Is participating in sports becoming a major threat to the health and welfare of our youth? The U.S. Centers for Disease Control and Prevention in Atlanta thinks so, and is expressing concern about an increase in traumatic brain injuries among this population. According to their statistics, these injuries have increased by 60 percent between 2001 and 2009. The government agency’s hope is that by raising awareness of these dangers, they can reduce the number of such injuries sustained each year.
The Professional Player Impact
Over the last several years, high profile lawsuits against the National Football League and the National Hockey League have helped to highlight the dangers sports present in causing traumatic brain injuries. Unfortunately, several suicides by former professional athletes have also highlighted the problem. They are not alone: United States service men and women returning from wars in Iraq and Afghanistan are reporting a very high incidence of traumatic brain injuries.
Despite acknowledging just how common these injuries can be, doctors and researchers in the United States are only now beginning to understand the complex pathology behind such injuries and their potential long-term effects. Whereas injuries such as concussions used to be considered an unavoidable part of the game and hardly a reason to miss a minute of action, now concussions are believed to be at the root of some more serious neurological problems developing in people as adults, including Alzheimer’s and Parkinson’s disease, among others.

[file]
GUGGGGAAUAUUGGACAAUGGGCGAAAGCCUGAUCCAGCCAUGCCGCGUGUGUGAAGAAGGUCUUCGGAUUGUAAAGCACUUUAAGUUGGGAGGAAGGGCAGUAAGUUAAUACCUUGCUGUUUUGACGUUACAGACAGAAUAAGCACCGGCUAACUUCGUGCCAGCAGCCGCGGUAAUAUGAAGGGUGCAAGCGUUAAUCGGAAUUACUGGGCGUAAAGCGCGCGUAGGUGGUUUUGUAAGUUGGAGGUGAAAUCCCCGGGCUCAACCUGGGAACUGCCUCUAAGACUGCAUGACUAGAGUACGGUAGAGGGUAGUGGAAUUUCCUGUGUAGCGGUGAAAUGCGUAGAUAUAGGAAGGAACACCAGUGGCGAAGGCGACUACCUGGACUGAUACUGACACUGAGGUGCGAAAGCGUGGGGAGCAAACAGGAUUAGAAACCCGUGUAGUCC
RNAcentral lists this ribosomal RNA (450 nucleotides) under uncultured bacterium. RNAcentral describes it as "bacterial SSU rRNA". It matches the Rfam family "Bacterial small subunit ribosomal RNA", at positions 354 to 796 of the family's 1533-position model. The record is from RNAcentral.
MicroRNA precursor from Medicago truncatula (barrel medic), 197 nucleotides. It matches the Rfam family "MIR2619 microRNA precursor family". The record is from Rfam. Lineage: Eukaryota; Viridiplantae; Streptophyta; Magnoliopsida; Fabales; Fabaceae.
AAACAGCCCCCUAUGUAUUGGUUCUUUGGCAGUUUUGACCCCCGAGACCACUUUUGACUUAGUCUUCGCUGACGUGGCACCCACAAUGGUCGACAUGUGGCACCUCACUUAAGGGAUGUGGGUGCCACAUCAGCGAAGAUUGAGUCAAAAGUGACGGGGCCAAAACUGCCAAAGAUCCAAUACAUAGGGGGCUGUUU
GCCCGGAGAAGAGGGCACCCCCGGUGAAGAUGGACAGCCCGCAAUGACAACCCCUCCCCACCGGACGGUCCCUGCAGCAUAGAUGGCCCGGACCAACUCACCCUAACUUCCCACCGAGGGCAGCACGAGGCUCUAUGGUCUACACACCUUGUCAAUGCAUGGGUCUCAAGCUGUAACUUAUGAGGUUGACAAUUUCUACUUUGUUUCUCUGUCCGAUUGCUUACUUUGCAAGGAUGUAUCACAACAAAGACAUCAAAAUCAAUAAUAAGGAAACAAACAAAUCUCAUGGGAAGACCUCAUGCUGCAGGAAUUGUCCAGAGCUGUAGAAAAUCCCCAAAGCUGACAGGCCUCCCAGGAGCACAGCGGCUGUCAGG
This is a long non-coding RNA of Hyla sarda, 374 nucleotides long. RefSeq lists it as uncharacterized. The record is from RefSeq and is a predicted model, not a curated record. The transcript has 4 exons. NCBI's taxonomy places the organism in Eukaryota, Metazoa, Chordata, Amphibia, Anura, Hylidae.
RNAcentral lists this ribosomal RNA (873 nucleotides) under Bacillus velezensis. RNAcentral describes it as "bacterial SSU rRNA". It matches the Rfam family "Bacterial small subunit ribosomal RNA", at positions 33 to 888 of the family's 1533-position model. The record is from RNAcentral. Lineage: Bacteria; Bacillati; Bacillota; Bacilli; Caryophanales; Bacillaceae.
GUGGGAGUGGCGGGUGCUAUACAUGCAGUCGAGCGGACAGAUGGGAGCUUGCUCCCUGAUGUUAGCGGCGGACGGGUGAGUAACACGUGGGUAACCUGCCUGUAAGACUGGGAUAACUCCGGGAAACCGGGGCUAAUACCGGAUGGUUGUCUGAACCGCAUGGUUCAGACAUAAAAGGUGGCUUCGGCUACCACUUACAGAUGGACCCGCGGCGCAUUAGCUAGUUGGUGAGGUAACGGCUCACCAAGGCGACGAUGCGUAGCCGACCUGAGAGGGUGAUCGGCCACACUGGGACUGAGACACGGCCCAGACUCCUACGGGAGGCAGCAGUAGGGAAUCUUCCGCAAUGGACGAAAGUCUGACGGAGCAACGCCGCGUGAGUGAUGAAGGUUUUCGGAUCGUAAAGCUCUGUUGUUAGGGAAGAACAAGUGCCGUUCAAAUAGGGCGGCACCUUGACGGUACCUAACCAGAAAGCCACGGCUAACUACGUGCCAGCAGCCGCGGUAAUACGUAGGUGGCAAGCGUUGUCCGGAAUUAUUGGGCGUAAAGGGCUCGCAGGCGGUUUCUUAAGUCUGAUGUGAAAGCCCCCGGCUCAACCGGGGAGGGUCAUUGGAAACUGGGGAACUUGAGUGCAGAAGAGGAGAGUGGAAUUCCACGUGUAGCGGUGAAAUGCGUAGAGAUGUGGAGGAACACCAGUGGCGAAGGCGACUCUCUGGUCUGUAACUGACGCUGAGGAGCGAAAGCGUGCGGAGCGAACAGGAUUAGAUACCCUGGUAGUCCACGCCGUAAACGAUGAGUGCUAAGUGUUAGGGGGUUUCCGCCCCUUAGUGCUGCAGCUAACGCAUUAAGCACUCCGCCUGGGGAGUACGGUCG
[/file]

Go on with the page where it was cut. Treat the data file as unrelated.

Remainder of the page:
Growing Awareness, Changing Perceptions
The CDC has stated that it believes that the public perception of brain injuries, whether mild or traumatic, must change in order to reduce their occurrence. Changing our perceptions of such injuries has worked in the past—most notably when the CDC worked with carmakers to reduce head injuries in car accidents, leading to a reduction of almost forty percent since 1980—so the agency has every reason to believe that it can work again.
A concussion is now being taken more seriously on the sidelines of professional sports including football, boxing, hockey, and many sports under the control of the National Collegiate Athletic Association (NCAA). New safety measures and protocols are being developed to help protect athletes from experiencing brain injuries during play and from seeing those injuries develop into something far more serious later in life.
Concussion awareness programs for medical professionals can help to improve procedures for both diagnosis and treatment, and continued research into the mysteries of the brain, may mitigate future traumatic brain injuries, but in some instances they cannot be avoided.
Contact a Brain Injury Attorney
If you believe you or a loved one has experienced a traumatic brain injury at the hands of another party, seek medical help immediately, and consider speaking with a legal professional who is experienced in handling cases involving brain injury.